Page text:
you are doing and to be passionate about it.There had not been a single fundraiser for Iraqi women and children in Washington and UNHCR was in urgent need of funds to help Iraqi women and children return to their homeland. It was the right cause and the right thing to do and everybody was very supportive. It was truly a KuwaitiAmerican partnership for Iraq. WL: You draw the largest attendance of A-listers in town to your dinners, which are attended by cabinet members,White House officials, CEOs of large corporations, and famous actresses such as Angelina Jolie.What is it about the style and feel of your events that make them such a hot ticket? SAS: We love Washington and Washington has

welcomed us. I think Rima really immerses herself, putting every ounce of her fiber into preparing for the events. She’s meticulous in setting them up. RAS: The first secret of a successful party is the seating and knowing who will have great conversation with whom. SAS: Don’t give your secrets away Rima! [laughs] WL: You have been called the top Embassy hosts right now. How do you feel about that and do you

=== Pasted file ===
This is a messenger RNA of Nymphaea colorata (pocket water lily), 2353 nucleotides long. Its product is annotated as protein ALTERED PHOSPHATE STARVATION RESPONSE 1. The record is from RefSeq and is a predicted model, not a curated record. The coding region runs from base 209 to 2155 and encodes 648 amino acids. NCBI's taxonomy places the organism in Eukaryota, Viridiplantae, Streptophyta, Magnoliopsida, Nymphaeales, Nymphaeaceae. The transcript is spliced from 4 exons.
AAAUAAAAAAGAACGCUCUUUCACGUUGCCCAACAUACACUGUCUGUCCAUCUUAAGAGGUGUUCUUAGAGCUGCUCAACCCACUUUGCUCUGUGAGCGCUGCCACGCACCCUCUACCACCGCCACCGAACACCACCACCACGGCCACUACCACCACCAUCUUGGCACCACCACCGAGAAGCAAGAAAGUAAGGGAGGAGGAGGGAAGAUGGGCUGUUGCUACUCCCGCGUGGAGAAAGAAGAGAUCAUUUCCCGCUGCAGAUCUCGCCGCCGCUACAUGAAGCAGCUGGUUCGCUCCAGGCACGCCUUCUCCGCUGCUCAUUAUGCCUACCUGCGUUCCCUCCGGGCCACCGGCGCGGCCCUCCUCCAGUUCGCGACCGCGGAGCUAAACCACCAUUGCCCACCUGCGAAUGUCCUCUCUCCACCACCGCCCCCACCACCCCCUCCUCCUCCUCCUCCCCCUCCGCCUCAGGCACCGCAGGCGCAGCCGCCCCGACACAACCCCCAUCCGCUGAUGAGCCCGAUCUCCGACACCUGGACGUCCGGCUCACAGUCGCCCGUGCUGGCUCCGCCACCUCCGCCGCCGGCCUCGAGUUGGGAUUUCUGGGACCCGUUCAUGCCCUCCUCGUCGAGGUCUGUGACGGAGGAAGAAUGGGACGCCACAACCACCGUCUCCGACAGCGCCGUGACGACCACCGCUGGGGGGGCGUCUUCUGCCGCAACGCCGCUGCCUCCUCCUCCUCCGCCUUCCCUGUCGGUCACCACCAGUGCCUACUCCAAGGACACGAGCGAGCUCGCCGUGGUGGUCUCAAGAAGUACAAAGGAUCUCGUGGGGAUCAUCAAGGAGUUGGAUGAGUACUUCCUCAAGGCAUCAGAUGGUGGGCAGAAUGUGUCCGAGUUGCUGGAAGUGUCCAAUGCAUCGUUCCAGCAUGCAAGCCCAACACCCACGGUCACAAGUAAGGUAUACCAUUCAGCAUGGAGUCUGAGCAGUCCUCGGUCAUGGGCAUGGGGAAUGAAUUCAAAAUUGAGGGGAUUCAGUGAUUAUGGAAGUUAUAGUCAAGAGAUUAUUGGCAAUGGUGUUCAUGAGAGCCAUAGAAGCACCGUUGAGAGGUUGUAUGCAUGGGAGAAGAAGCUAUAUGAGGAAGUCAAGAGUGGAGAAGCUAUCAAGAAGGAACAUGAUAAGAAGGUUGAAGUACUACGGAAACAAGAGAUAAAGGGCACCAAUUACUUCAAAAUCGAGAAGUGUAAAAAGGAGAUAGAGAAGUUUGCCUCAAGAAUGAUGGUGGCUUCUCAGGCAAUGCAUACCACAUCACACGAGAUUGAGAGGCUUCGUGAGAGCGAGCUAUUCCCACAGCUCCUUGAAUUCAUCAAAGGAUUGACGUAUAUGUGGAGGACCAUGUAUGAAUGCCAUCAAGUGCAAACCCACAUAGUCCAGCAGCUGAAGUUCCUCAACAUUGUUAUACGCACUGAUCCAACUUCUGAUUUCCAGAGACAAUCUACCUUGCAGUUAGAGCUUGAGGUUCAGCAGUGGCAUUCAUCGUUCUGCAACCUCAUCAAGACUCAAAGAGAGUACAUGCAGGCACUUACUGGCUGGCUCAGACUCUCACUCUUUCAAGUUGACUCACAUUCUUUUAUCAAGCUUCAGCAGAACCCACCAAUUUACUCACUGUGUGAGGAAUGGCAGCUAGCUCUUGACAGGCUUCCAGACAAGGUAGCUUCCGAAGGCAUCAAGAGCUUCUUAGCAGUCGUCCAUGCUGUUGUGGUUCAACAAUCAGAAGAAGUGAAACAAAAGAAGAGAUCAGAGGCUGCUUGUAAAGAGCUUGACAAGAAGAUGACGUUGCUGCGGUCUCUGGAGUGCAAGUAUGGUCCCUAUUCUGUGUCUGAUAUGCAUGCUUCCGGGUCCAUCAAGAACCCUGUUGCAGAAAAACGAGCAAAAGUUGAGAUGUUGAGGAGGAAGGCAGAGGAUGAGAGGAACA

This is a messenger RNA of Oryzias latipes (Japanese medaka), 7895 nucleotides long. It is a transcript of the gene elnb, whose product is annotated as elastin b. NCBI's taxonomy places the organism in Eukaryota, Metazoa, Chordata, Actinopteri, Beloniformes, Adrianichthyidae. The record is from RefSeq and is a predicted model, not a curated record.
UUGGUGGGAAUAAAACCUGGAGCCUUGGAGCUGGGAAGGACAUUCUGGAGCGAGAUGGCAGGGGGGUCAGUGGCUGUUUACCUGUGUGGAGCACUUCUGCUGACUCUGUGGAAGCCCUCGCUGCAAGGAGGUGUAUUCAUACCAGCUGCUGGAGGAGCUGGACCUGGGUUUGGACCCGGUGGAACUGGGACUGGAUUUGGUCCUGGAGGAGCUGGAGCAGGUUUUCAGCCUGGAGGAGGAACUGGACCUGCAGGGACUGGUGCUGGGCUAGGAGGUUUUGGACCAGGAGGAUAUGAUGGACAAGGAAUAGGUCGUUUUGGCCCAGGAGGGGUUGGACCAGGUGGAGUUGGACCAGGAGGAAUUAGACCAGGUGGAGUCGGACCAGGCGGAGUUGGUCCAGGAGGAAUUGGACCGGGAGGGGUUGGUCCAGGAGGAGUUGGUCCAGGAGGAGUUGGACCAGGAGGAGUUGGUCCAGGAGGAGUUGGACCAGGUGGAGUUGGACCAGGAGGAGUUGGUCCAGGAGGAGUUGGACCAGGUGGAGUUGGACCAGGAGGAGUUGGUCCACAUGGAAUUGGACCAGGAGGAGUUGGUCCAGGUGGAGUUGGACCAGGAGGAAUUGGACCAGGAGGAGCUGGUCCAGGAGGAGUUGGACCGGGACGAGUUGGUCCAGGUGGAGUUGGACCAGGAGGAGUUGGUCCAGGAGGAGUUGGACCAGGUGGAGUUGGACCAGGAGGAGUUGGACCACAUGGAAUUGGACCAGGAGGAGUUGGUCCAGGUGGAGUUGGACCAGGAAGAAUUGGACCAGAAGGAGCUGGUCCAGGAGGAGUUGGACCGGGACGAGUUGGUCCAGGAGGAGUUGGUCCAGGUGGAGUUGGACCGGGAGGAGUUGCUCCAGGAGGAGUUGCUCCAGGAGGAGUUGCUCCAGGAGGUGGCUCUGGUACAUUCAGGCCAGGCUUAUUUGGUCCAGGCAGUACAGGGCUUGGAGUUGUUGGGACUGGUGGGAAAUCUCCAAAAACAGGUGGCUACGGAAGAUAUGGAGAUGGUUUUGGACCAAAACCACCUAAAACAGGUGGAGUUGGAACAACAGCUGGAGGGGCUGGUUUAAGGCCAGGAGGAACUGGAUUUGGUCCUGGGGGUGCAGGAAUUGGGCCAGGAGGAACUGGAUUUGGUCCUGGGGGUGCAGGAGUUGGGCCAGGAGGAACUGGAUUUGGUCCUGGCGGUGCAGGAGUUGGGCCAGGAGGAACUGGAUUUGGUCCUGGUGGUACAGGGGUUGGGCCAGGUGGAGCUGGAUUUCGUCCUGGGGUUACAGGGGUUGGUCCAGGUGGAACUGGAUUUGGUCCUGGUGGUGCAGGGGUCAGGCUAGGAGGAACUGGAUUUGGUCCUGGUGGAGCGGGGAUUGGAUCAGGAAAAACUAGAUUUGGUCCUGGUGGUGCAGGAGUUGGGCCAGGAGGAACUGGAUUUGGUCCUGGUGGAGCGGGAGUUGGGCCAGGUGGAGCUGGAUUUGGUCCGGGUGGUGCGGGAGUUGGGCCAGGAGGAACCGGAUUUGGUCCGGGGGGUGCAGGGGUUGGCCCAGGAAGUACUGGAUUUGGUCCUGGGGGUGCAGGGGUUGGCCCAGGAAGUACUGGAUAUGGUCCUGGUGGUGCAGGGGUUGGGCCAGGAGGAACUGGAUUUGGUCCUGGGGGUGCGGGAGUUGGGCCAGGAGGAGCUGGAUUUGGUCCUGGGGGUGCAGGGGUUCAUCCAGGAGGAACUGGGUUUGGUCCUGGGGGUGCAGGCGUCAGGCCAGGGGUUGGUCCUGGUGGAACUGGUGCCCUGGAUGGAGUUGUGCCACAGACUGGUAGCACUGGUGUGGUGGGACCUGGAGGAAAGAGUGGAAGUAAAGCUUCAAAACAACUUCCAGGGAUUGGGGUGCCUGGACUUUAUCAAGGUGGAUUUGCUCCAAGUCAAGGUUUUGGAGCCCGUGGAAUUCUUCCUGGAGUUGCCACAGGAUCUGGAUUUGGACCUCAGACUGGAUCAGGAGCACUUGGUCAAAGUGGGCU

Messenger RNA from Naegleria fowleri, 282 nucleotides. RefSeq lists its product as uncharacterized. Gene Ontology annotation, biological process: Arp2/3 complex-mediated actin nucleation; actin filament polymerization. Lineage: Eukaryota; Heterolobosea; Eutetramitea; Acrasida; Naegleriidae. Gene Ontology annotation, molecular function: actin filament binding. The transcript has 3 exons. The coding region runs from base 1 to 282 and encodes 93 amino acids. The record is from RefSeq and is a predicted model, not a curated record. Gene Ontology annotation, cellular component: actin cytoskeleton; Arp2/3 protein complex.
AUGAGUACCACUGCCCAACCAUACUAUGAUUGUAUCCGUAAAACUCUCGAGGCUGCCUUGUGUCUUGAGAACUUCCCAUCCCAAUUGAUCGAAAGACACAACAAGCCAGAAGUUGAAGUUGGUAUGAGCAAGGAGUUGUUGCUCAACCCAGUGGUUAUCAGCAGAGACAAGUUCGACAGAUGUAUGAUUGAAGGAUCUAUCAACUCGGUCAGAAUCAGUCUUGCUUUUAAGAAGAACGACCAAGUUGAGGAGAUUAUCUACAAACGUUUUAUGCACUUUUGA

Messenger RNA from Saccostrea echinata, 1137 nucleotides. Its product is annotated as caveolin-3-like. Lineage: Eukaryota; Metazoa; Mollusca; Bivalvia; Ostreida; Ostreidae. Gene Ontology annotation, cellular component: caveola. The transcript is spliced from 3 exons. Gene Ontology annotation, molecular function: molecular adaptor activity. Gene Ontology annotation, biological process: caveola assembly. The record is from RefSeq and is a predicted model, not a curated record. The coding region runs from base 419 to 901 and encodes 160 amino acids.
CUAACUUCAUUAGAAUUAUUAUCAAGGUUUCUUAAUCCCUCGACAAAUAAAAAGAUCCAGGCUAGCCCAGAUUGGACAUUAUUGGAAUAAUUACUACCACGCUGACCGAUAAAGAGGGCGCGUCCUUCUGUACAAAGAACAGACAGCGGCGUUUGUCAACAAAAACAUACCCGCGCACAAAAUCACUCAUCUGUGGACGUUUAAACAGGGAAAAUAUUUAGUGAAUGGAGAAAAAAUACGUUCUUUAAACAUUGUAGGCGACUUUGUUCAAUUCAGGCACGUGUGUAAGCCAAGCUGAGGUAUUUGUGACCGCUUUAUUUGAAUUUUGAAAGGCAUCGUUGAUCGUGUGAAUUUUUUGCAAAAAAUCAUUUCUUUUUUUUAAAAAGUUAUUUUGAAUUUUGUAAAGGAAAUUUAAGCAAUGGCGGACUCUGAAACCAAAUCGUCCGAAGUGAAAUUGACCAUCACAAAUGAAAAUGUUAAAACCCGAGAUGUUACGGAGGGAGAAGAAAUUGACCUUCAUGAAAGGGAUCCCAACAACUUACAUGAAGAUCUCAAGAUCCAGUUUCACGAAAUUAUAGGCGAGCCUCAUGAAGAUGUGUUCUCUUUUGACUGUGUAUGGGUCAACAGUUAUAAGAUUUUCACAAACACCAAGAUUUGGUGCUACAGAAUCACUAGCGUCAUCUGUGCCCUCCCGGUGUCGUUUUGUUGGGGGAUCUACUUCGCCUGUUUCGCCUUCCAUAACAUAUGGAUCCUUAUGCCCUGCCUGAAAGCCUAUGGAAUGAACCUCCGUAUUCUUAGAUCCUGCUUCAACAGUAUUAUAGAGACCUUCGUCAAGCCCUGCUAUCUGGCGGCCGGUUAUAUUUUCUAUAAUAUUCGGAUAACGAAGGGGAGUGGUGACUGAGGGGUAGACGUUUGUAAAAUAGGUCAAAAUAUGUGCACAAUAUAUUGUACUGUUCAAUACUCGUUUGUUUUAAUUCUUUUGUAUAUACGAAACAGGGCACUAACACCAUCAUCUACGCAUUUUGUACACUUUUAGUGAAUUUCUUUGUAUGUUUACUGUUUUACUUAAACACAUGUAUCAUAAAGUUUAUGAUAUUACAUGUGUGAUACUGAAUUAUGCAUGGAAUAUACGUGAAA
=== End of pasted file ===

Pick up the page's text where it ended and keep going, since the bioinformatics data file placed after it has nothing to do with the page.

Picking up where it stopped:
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compliment.

WL: Switching to the personal, may I ask how did you two meet? SAS: We met in college at the American Univer-

sity of Beirut 23 years ago. RAS:, It was love at first sight. I had met my soul mate. He was doing his Master’s in Political Science and I was doing my B.A, and we used to sit down and write our papers together. We were inseparable, and we have been inseparable ever since. WL: When you’re not working, what do you like to do together? SAS: We read, we go to the gym. I love yoga

and Rima loves cardiovascular workouts. We go to restaurants and the movies whenever we can. I also love to go biking with the kids in Rock Creek Park.